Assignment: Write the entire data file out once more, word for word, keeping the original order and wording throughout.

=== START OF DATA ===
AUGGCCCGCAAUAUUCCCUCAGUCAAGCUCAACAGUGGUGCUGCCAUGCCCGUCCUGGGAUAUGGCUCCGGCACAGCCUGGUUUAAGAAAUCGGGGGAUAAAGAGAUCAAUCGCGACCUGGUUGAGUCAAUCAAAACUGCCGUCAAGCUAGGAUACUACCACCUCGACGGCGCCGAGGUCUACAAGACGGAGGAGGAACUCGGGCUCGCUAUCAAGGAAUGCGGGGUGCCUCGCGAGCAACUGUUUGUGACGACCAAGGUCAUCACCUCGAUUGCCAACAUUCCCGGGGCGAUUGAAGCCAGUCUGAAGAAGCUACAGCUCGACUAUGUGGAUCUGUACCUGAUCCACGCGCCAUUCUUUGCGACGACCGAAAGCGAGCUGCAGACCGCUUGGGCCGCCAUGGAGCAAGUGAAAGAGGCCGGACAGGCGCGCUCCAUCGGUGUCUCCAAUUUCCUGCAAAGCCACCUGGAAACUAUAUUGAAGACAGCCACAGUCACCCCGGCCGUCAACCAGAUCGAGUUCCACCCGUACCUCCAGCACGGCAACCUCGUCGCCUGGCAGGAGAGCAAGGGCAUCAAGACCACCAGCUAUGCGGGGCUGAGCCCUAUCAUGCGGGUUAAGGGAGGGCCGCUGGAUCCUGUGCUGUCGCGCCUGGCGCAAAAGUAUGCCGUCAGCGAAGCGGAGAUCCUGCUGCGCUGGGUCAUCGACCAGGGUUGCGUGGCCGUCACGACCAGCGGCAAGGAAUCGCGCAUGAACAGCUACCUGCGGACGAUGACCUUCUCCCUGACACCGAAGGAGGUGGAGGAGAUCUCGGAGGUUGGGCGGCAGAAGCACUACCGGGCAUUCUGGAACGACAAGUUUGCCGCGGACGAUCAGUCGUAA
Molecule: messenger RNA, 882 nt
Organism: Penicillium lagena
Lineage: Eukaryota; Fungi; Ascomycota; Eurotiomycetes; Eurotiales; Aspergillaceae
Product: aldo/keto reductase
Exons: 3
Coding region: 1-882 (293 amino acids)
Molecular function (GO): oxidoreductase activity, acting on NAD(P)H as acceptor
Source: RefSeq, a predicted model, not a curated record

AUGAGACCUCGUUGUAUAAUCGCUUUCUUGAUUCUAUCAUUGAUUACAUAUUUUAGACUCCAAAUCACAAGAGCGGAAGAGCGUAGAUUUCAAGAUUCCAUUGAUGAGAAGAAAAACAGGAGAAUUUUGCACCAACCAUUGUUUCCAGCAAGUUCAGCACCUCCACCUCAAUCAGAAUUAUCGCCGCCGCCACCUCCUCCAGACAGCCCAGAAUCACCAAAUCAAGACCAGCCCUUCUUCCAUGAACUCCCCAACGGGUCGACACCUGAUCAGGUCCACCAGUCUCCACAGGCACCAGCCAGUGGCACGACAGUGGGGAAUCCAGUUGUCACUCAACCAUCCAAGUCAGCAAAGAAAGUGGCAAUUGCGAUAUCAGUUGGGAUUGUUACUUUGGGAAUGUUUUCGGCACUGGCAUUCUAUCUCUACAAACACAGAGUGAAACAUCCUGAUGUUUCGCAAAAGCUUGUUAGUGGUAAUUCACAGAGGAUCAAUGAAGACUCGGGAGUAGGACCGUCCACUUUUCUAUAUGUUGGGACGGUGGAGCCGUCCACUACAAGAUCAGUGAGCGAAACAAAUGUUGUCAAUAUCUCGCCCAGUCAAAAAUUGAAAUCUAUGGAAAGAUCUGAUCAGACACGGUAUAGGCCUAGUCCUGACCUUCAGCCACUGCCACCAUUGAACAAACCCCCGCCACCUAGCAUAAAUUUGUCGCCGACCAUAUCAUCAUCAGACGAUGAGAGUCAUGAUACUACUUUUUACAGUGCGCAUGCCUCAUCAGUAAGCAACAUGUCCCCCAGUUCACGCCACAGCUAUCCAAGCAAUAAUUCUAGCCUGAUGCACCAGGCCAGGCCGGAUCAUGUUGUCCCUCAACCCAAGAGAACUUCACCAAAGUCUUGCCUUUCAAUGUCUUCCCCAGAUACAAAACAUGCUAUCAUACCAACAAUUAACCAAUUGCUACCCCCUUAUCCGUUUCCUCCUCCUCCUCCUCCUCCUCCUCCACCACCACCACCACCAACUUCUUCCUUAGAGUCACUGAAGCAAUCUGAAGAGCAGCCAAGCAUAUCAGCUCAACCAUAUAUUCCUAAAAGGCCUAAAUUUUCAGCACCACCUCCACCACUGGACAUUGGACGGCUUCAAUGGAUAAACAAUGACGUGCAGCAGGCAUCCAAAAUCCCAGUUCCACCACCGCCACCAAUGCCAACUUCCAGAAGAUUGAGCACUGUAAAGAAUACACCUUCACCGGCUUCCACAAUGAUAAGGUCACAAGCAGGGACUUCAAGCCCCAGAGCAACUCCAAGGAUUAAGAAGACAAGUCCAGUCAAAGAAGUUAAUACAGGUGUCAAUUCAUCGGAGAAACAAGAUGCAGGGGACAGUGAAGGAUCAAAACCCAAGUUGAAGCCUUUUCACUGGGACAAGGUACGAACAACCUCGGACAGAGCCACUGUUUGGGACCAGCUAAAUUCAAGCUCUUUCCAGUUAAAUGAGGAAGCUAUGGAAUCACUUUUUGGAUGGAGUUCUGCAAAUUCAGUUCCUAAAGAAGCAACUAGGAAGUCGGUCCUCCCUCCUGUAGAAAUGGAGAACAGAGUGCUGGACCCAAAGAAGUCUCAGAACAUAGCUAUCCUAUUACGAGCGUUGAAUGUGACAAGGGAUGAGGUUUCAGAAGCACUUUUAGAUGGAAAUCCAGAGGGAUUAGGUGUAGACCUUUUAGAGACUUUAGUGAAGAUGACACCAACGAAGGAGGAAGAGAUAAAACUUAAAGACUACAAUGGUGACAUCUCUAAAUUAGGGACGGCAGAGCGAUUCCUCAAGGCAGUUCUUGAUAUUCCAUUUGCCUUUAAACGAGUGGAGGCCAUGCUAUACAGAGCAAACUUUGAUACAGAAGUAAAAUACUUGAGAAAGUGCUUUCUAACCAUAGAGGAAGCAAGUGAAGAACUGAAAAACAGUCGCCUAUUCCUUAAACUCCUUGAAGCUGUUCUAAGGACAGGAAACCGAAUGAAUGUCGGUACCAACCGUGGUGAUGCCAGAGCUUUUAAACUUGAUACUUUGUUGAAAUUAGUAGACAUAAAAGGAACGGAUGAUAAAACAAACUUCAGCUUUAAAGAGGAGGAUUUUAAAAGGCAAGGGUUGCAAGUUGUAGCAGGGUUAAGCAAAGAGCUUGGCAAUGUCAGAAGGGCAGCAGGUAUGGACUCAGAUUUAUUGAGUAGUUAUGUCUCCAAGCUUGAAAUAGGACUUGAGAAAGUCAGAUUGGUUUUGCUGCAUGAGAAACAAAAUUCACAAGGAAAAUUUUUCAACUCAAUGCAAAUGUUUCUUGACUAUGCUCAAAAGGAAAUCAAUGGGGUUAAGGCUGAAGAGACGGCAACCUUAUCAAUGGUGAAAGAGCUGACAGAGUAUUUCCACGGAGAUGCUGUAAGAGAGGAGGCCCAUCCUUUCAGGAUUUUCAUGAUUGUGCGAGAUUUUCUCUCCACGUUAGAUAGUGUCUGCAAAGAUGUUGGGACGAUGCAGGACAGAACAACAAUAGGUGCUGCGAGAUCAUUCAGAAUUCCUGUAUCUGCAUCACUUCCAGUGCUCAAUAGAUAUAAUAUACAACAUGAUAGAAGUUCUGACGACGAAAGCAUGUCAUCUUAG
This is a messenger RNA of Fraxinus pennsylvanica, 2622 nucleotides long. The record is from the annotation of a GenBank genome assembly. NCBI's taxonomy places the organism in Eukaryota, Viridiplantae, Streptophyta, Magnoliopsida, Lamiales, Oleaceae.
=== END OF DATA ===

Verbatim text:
AUGGCCCGCAAUAUUCCCUCAGUCAAGCUCAACAGUGGUGCUGCCAUGCCCGUCCUGGGAUAUGGCUCCGGCACAGCCUGGUUUAAGAAAUCGGGGGAUAAAGAGAUCAAUCGCGACCUGGUUGAGUCAAUCAAAACUGCCGUCAAGCUAGGAUACUACCACCUCGACGGCGCCGAGGUCUACAAGACGGAGGAGGAACUCGGGCUCGCUAUCAAGGAAUGCGGGGUGCCUCGCGAGCAACUGUUUGUGACGACCAAGGUCAUCACCUCGAUUGCCAACAUUCCCGGGGCGAUUGAAGCCAGUCUGAAGAAGCUACAGCUCGACUAUGUGGAUCUGUACCUGAUCCACGCGCCAUUCUUUGCGACGACCGAAAGCGAGCUGCAGACCGCUUGGGCCGCCAUGGAGCAAGUGAAAGAGGCCGGACAGGCGCGCUCCAUCGGUGUCUCCAAUUUCCUGCAAAGCCACCUGGAAACUAUAUUGAAGACAGCCACAGUCACCCCGGCCGUCAACCAGAUCGAGUUCCACCCGUACCUCCAGCACGGCAACCUCGUCGCCUGGCAGGAGAGCAAGGGCAUCAAGACCACCAGCUAUGCGGGGCUGAGCCCUAUCAUGCGGGUUAAGGGAGGGCCGCUGGAUCCUGUGCUGUCGCGCCUGGCGCAAAAGUAUGCCGUCAGCGAAGCGGAGAUCCUGCUGCGCUGGGUCAUCGACCAGGGUUGCGUGGCCGUCACGACCAGCGGCAAGGAAUCGCGCAUGAACAGCUACCUGCGGACGAUGACCUUCUCCCUGACACCGAAGGAGGUGGAGGAGAUCUCGGAGGUUGGGCGGCAGAAGCACUACCGGGCAUUCUGGAACGACAAGUUUGCCGCGGACGAUCAGUCGUAA
Molecule: messenger RNA, 882 nt
Organism: Penicillium lagena
Lineage: Eukaryota; Fungi; Ascomycota; Eurotiomycetes; Eurotiales; Aspergillaceae
Product: aldo/keto reductase
Exons: 3
Coding region: 1-882 (293 amino acids)
Molecular function (GO): oxidoreductase activity, acting on NAD(P)H as acceptor
Source: RefSeq, a predicted model, not a curated record

AUGAGACCUCGUUGUAUAAUCGCUUUCUUGAUUCUAUCAUUGAUUACAUAUUUUAGACUCCAAAUCACAAGAGCGGAAGAGCGUAGAUUUCAAGAUUCCAUUGAUGAGAAGAAAAACAGGAGAAUUUUGCACCAACCAUUGUUUCCAGCAAGUUCAGCACCUCCACCUCAAUCAGAAUUAUCGCCGCCGCCACCUCCUCCAGACAGCCCAGAAUCACCAAAUCAAGACCAGCCCUUCUUCCAUGAACUCCCCAACGGGUCGACACCUGAUCAGGUCCACCAGUCUCCACAGGCACCAGCCAGUGGCACGACAGUGGGGAAUCCAGUUGUCACUCAACCAUCCAAGUCAGCAAAGAAAGUGGCAAUUGCGAUAUCAGUUGGGAUUGUUACUUUGGGAAUGUUUUCGGCACUGGCAUUCUAUCUCUACAAACACAGAGUGAAACAUCCUGAUGUUUCGCAAAAGCUUGUUAGUGGUAAUUCACAGAGGAUCAAUGAAGACUCGGGAGUAGGACCGUCCACUUUUCUAUAUGUUGGGACGGUGGAGCCGUCCACUACAAGAUCAGUGAGCGAAACAAAUGUUGUCAAUAUCUCGCCCAGUCAAAAAUUGAAAUCUAUGGAAAGAUCUGAUCAGACACGGUAUAGGCCUAGUCCUGACCUUCAGCCACUGCCACCAUUGAACAAACCCCCGCCACCUAGCAUAAAUUUGUCGCCGACCAUAUCAUCAUCAGACGAUGAGAGUCAUGAUACUACUUUUUACAGUGCGCAUGCCUCAUCAGUAAGCAACAUGUCCCCCAGUUCACGCCACAGCUAUCCAAGCAAUAAUUCUAGCCUGAUGCACCAGGCCAGGCCGGAUCAUGUUGUCCCUCAACCCAAGAGAACUUCACCAAAGUCUUGCCUUUCAAUGUCUUCCCCAGAUACAAAACAUGCUAUCAUACCAACAAUUAACCAAUUGCUACCCCCUUAUCCGUUUCCUCCUCCUCCUCCUCCUCCUCCUCCACCACCACCACCACCAACUUCUUCCUUAGAGUCACUGAAGCAAUCUGAAGAGCAGCCAAGCAUAUCAGCUCAACCAUAUAUUCCUAAAAGGCCUAAAUUUUCAGCACCACCUCCACCACUGGACAUUGGACGGCUUCAAUGGAUAAACAAUGACGUGCAGCAGGCAUCCAAAAUCCCAGUUCCACCACCGCCACCAAUGCCAACUUCCAGAAGAUUGAGCACUGUAAAGAAUACACCUUCACCGGCUUCCACAAUGAUAAGGUCACAAGCAGGGACUUCAAGCCCCAGAGCAACUCCAAGGAUUAAGAAGACAAGUCCAGUCAAAGAAGUUAAUACAGGUGUCAAUUCAUCGGAGAAACAAGAUGCAGGGGACAGUGAAGGAUCAAAACCCAAGUUGAAGCCUUUUCACUGGGACAAGGUACGAACAACCUCGGACAGAGCCACUGUUUGGGACCAGCUAAAUUCAAGCUCUUUCCAGUUAAAUGAGGAAGCUAUGGAAUCACUUUUUGGAUGGAGUUCUGCAAAUUCAGUUCCUAAAGAAGCAACUAGGAAGUCGGUCCUCCCUCCUGUAGAAAUGGAGAACAGAGUGCUGGACCCAAAGAAGUCUCAGAACAUAGCUAUCCUAUUACGAGCGUUGAAUGUGACAAGGGAUGAGGUUUCAGAAGCACUUUUAGAUGGAAAUCCAGAGGGAUUAGGUGUAGACCUUUUAGAGACUUUAGUGAAGAUGACACCAACGAAGGAGGAAGAGAUAAAACUUAAAGACUACAAUGGUGACAUCUCUAAAUUAGGGACGGCAGAGCGAUUCCUCAAGGCAGUUCUUGAUAUUCCAUUUGCCUUUAAACGAGUGGAGGCCAUGCUAUACAGAGCAAACUUUGAUACAGAAGUAAAAUACUUGAGAAAGUGCUUUCUAACCAUAGAGGAAGCAAGUGAAGAACUGAAAAACAGUCGCCUAUUCCUUAAACUCCUUGAAGCUGUUCUAAGGACAGGAAACCGAAUGAAUGUCGGUACCAACCGUGGUGAUGCCAGAGCUUUUAAACUUGAUACUUUGUUGAAAUUAGUAGACAUAAAAGGAACGGAUGAUAAAACAAACUUCAGCUUUAAAGAGGAGGAUUUUAAAAGGCAAGGGUUGCAAGUUGUAGCAGGGUUAAGCAAAGAGCUUGGCAAUGUCAGAAGGGCAGCAGGUAUGGACUCAGAUUUAUUGAGUAGUUAUGUCUCCAAGCUUGAAAUAGGACUUGAGAAAGUCAGAUUGGUUUUGCUGCAUGAGAAACAAAAUUCACAAGGAAAAUUUUUCAACUCAAUGCAAAUGUUUCUUGACUAUGCUCAAAAGGAAAUCAAUGGGGUUAAGGCUGAAGAGACGGCAACCUUAUCAAUGGUGAAAGAGCUGACAGAGUAUUUCCACGGAGAUGCUGUAAGAGAGGAGGCCCAUCCUUUCAGGAUUUUCAUGAUUGUGCGAGAUUUUCUCUCCACGUUAGAUAGUGUCUGCAAAGAUGUUGGGACGAUGCAGGACAGAACAACAAUAGGUGCUGCGAGAUCAUUCAGAAUUCCUGUAUCUGCAUCACUUCCAGUGCUCAAUAGAUAUAAUAUACAACAUGAUAGAAGUUCUGACGACGAAAGCAUGUCAUCUUAG
This is a messenger RNA of Fraxinus pennsylvanica, 2622 nucleotides long. The record is from the annotation of a GenBank genome assembly. NCBI's taxonomy places the organism in Eukaryota, Viridiplantae, Streptophyta, Magnoliopsida, Lamiales, Oleaceae.